Coping With Bladder Cancer

Wherever you are on the patient pathway—having just been diagnosed with bladder cancer, embarking on treatment for it, or undergoing monitoring for recurrence—you are likely experiencing some anxiety and sense of unease. To give you some peace of mind, here are tips to guide you through your bladder cancer journey.

Educate Yourself

Knowledge is power and there is no exception when it comes to understanding your bladder cancer diagnosis. That said, bladder cancer is a particularly complex disease, so reading about it may seem overwhelming. This is normal—there is a lot of information to digest.

If you do find yourself getting bogged down with the nuances, take a step back and write down your questions or sources of confusion. Then, be sure to bring these questions or concerns to your next doctor's visit or ask your doctor if there is a way to contact them through email or a health portal.

In the end, you should gain knowledge to your satisfaction. Your foremost goal is to be an informed patient so you can make good choices, not to become an expert.

Prepare for Appointments

Planning for your many doctor visits and tests is critical. Following these steps can help your appointments go smoothly:

  • Record all your appointments, tests, and surgery dates in a calendar.
  • Arrive on time (if not a bit early) to your appointments and bring a partner or trusted loved one.
  • Bring a list of all your medications (including vitamins or over-the-counter supplements), allergies, medical problems, and family history to each medical visit.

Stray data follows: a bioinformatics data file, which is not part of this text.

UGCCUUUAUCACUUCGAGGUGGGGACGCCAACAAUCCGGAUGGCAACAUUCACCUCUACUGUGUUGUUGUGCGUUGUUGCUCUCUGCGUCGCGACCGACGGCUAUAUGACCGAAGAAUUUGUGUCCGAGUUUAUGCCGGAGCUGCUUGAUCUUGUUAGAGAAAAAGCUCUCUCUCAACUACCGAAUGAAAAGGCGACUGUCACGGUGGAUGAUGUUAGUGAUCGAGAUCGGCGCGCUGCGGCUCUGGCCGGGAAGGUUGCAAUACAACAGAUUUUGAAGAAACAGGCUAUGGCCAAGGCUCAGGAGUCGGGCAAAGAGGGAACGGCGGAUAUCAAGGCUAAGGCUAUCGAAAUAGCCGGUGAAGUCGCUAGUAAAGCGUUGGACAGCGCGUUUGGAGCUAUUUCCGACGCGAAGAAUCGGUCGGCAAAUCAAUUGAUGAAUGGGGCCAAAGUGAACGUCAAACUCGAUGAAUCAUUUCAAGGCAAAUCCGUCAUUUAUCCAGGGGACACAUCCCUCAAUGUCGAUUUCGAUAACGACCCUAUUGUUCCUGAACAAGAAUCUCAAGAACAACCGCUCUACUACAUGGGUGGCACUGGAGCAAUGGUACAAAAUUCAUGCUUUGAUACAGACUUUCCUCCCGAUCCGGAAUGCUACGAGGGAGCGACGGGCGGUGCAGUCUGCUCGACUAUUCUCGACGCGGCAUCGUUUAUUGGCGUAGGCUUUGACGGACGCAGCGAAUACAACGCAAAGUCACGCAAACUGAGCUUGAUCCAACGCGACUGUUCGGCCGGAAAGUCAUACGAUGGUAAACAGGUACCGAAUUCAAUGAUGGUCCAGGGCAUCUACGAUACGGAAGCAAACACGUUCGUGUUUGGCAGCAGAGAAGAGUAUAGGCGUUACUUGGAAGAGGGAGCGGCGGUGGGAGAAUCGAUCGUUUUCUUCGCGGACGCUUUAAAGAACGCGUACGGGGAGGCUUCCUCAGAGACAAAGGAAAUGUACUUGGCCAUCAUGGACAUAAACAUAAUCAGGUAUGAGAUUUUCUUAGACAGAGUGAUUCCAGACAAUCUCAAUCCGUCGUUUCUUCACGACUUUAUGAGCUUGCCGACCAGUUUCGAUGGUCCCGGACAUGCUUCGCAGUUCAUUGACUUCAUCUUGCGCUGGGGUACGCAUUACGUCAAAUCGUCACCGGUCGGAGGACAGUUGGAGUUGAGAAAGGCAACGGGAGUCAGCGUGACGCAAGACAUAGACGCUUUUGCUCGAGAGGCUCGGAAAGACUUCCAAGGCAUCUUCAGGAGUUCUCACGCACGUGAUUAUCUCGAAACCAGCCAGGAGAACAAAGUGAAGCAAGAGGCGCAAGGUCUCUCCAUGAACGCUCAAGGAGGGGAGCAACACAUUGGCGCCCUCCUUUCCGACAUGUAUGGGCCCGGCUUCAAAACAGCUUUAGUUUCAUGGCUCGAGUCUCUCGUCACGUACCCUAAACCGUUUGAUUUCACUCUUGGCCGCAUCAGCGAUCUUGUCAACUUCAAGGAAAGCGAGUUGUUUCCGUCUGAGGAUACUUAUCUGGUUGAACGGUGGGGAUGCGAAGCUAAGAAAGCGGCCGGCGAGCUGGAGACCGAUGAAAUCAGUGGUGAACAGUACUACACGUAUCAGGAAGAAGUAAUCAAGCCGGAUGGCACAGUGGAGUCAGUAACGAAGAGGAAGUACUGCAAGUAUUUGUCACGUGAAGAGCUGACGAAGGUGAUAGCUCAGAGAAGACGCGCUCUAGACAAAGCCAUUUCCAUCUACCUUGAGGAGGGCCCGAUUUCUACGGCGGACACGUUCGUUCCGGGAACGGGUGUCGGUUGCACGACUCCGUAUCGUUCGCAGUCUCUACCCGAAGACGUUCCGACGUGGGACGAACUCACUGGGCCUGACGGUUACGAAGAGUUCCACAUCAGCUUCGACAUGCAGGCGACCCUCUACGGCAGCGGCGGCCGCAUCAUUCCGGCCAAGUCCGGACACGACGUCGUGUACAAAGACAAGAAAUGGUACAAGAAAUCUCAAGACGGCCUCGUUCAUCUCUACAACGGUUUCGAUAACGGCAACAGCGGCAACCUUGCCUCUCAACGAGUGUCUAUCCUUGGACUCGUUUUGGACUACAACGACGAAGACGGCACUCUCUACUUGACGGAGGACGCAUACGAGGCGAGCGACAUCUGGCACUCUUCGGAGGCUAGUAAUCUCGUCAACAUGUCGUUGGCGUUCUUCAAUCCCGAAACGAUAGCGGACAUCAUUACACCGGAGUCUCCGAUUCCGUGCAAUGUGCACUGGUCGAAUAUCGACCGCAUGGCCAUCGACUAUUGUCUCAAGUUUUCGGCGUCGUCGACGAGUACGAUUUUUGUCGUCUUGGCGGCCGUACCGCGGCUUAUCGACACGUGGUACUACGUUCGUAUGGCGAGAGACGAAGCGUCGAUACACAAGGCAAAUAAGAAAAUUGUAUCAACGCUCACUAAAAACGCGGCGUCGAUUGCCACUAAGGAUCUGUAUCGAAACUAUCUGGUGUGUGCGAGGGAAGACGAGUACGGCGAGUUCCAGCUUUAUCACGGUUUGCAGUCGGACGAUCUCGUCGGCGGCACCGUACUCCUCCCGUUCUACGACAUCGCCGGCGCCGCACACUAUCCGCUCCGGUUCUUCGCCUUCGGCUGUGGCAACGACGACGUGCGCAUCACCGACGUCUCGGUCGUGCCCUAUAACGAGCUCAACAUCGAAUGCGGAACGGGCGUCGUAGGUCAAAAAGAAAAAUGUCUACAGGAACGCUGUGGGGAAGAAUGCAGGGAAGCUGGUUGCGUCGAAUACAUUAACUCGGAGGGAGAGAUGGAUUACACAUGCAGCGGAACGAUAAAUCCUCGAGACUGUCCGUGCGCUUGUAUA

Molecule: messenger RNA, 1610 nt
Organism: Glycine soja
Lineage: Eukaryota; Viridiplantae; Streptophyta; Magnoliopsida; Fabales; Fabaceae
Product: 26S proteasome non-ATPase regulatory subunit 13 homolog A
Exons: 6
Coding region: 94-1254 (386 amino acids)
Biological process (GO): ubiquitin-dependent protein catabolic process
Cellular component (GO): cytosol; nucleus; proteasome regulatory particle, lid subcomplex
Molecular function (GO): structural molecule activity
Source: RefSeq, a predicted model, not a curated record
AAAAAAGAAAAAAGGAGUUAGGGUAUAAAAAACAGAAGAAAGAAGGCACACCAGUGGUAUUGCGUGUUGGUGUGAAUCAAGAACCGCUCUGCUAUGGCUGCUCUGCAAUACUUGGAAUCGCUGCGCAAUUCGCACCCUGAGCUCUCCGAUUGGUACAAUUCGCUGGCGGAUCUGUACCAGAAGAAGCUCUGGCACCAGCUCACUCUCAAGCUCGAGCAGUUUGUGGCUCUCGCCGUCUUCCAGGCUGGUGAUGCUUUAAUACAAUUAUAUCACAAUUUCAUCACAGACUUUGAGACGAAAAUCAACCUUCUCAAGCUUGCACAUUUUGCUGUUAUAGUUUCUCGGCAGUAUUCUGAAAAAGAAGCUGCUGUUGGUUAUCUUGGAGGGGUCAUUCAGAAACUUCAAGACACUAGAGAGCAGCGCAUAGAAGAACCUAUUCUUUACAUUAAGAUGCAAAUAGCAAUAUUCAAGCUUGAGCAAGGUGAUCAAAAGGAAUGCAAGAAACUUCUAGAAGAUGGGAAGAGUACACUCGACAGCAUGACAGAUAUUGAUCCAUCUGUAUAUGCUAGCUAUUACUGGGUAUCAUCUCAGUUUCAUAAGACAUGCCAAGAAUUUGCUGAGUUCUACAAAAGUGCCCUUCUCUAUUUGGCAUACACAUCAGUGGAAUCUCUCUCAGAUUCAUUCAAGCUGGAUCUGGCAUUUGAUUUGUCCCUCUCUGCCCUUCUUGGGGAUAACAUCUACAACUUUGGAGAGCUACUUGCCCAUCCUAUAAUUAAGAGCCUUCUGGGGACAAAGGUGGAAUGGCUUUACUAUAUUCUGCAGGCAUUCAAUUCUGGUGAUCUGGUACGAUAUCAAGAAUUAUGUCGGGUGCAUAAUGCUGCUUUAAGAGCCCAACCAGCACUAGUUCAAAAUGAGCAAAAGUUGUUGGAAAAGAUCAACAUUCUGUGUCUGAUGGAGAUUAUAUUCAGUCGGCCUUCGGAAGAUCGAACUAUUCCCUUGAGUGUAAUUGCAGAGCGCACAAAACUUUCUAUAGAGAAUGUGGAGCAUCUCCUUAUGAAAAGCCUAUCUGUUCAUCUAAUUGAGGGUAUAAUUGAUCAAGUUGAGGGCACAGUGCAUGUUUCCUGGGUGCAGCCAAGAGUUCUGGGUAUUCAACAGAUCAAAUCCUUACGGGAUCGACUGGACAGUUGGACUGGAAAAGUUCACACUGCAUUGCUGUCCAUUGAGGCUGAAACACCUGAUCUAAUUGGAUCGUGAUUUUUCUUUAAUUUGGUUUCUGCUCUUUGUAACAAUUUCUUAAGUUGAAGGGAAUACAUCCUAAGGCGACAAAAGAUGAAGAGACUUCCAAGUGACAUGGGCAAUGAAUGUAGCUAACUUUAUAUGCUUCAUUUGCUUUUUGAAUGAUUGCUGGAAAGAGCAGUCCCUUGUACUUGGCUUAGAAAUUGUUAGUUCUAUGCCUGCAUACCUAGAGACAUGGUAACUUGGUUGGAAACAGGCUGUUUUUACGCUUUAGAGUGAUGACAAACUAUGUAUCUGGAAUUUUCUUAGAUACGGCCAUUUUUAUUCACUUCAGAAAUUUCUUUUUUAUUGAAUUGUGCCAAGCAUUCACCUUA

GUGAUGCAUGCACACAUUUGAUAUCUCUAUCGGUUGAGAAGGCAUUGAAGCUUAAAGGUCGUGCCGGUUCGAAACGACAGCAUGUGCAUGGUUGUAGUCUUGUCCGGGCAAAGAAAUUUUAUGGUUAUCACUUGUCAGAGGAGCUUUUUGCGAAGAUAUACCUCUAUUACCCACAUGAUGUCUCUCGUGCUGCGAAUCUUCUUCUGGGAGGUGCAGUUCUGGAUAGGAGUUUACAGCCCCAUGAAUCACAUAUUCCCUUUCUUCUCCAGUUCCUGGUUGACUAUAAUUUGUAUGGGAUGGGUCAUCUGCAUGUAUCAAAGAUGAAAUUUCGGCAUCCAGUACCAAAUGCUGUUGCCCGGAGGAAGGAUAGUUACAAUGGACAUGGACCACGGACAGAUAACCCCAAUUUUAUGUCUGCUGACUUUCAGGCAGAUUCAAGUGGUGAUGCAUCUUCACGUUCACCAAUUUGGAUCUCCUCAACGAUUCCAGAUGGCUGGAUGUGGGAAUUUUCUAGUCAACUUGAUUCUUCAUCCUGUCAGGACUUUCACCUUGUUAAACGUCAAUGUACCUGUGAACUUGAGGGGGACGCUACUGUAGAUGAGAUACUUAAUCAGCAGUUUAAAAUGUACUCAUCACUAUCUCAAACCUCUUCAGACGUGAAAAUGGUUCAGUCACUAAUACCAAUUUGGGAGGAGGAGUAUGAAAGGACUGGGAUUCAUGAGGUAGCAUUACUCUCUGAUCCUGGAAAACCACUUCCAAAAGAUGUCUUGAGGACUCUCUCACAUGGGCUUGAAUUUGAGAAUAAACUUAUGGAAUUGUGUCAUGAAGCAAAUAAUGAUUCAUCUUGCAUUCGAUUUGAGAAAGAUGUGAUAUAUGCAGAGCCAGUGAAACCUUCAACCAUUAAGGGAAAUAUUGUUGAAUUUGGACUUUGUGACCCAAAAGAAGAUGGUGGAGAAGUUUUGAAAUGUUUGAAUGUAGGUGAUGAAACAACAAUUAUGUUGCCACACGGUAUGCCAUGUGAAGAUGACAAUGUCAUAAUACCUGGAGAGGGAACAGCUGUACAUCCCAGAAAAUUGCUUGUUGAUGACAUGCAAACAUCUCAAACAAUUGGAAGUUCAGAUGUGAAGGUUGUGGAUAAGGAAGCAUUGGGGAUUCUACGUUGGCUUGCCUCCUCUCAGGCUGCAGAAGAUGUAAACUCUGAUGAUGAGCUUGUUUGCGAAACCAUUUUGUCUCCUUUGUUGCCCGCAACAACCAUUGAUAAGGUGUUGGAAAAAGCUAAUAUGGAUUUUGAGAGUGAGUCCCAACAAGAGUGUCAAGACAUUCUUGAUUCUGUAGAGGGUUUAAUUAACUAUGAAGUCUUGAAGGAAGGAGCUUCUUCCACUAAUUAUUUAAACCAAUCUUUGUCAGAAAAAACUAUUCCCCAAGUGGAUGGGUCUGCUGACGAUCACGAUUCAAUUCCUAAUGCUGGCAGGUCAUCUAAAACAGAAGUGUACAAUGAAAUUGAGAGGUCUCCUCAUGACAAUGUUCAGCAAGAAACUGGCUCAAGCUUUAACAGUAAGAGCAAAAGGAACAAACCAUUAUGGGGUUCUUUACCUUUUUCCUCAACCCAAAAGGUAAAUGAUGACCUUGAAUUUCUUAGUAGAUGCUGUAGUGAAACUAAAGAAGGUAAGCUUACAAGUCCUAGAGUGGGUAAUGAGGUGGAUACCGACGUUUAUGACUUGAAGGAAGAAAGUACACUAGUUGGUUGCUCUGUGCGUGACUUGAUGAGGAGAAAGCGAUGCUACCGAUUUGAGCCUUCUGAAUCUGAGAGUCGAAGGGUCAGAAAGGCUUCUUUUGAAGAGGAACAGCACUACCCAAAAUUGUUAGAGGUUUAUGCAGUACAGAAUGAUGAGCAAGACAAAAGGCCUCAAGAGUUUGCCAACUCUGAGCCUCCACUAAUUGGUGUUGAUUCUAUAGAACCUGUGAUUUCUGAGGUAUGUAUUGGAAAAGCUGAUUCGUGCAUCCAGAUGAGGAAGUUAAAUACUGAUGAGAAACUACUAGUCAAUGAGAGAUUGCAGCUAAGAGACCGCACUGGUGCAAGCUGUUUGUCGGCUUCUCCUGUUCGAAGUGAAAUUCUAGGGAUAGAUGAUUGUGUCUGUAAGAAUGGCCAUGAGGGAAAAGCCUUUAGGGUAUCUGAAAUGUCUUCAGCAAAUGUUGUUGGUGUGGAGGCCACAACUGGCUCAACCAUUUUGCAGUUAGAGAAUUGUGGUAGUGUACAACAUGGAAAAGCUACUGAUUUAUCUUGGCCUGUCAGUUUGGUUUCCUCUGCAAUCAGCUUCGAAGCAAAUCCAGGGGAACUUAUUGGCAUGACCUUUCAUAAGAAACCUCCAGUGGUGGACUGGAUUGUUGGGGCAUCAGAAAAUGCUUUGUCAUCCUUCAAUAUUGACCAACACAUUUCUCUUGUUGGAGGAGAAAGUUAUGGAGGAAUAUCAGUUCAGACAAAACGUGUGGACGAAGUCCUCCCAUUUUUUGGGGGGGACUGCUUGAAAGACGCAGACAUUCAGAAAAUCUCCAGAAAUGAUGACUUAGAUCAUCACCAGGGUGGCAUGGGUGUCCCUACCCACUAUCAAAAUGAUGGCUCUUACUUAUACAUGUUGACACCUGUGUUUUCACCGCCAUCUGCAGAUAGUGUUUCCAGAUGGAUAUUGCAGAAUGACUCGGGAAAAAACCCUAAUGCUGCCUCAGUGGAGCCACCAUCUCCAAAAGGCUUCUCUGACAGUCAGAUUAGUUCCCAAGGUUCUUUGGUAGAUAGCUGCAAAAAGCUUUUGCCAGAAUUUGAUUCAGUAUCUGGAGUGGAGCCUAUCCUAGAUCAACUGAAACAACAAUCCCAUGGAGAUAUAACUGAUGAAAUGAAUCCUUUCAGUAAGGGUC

• Carry a notebook of questions and concerns around with you and periodically write in it when another thought pops into your mind. Remember, anything goes here—every question or worry is worthy.
  • Investigate financial issues related to your health care so you can properly budget.

Also, try your best not to feel overwhelmed by the sheer number of doctors you will see. Here is a quick breakdown so you can best understand each doctor's unique role in your care:

  • Urologist: A surgeon who performs your bladder cancer removal and monitors you with cystoscopy.
  • Medical oncologist: A doctor who treats cancer with medicine, like chemotherapy.
  • Radiation oncologist: A doctor who provides radiation therapy.
  • Pathologist: A doctor who looks at your cancer cells under the microscope. These findings help dictate your treatment plan. (You will likely not meet your pathologist.)

Other members of your team will likely include a nurse practitioner, physician assistant, psychologist, financial coordinator, and/or social worker.

Share Your Story

How and when you tell others about your diagnosis and/or experiences is wholly up to you. For instance, some people may choose to detail their doctor appointments and cancer treatments in a blog for people to read. Others may write in a personal journal or talk regularly with a close friend. Still some may dodge well-meaning questions from friends, family, and/or colleagues, preferring to keep their diagnosis private.

All of this is OK—being diagnosed with bladder cancer is a big deal. Telling others can be a tricky and delicate matter, especially when it comes to disclosing your diagnosis to family members.